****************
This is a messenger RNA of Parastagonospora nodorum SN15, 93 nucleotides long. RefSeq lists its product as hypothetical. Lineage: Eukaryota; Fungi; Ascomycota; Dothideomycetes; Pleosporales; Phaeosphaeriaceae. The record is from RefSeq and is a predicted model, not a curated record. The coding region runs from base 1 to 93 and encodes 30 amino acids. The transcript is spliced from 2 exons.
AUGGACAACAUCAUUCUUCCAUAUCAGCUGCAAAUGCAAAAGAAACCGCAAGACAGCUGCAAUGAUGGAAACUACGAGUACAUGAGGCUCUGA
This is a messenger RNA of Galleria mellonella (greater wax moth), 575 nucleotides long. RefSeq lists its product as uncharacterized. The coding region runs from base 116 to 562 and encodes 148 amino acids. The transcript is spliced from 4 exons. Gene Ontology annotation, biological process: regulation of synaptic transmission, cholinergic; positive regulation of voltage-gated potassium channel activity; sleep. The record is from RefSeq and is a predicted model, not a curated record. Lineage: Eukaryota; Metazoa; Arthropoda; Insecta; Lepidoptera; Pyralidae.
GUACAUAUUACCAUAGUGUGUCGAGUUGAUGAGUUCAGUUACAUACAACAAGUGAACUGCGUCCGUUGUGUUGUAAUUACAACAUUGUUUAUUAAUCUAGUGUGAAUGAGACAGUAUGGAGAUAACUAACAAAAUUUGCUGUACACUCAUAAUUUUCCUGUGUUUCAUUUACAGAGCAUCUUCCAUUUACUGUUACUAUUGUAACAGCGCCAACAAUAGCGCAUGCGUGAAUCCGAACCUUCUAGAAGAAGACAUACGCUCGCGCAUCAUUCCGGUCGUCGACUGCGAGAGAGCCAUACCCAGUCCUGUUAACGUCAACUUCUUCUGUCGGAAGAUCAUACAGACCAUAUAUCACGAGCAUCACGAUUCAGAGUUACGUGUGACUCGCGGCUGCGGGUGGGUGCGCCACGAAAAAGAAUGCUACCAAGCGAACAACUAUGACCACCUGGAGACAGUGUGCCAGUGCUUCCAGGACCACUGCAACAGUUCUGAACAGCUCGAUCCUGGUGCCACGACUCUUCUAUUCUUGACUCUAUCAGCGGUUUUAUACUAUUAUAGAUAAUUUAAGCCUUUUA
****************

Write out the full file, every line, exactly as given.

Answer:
This is a messenger RNA of Parastagonospora nodorum SN15, 93 nucleotides long. RefSeq lists its product as hypothetical. Lineage: Eukaryota; Fungi; Ascomycota; Dothideomycetes; Pleosporales; Phaeosphaeriaceae. The record is from RefSeq and is a predicted model, not a curated record. The coding region runs from base 1 to 93 and encodes 30 amino acids. The transcript is spliced from 2 exons.
AUGGACAACAUCAUUCUUCCAUAUCAGCUGCAAAUGCAAAAGAAACCGCAAGACAGCUGCAAUGAUGGAAACUACGAGUACAUGAGGCUCUGA
This is a messenger RNA of Galleria mellonella (greater wax moth), 575 nucleotides long. RefSeq lists its product as uncharacterized. The coding region runs from base 116 to 562 and encodes 148 amino acids. The transcript is spliced from 4 exons. Gene Ontology annotation, biological process: regulation of synaptic transmission, cholinergic; positive regulation of voltage-gated potassium channel activity; sleep. The record is from RefSeq and is a predicted model, not a curated record. Lineage: Eukaryota; Metazoa; Arthropoda; Insecta; Lepidoptera; Pyralidae.
GUACAUAUUACCAUAGUGUGUCGAGUUGAUGAGUUCAGUUACAUACAACAAGUGAACUGCGUCCGUUGUGUUGUAAUUACAACAUUGUUUAUUAAUCUAGUGUGAAUGAGACAGUAUGGAGAUAACUAACAAAAUUUGCUGUACACUCAUAAUUUUCCUGUGUUUCAUUUACAGAGCAUCUUCCAUUUACUGUUACUAUUGUAACAGCGCCAACAAUAGCGCAUGCGUGAAUCCGAACCUUCUAGAAGAAGACAUACGCUCGCGCAUCAUUCCGGUCGUCGACUGCGAGAGAGCCAUACCCAGUCCUGUUAACGUCAACUUCUUCUGUCGGAAGAUCAUACAGACCAUAUAUCACGAGCAUCACGAUUCAGAGUUACGUGUGACUCGCGGCUGCGGGUGGGUGCGCCACGAAAAAGAAUGCUACCAAGCGAACAACUAUGACCACCUGGAGACAGUGUGCCAGUGCUUCCAGGACCACUGCAACAGUUCUGAACAGCUCGAUCCUGGUGCCACGACUCUUCUAUUCUUGACUCUAUCAGCGGUUUUAUACUAUUAUAGAUAAUUUAAGCCUUUUA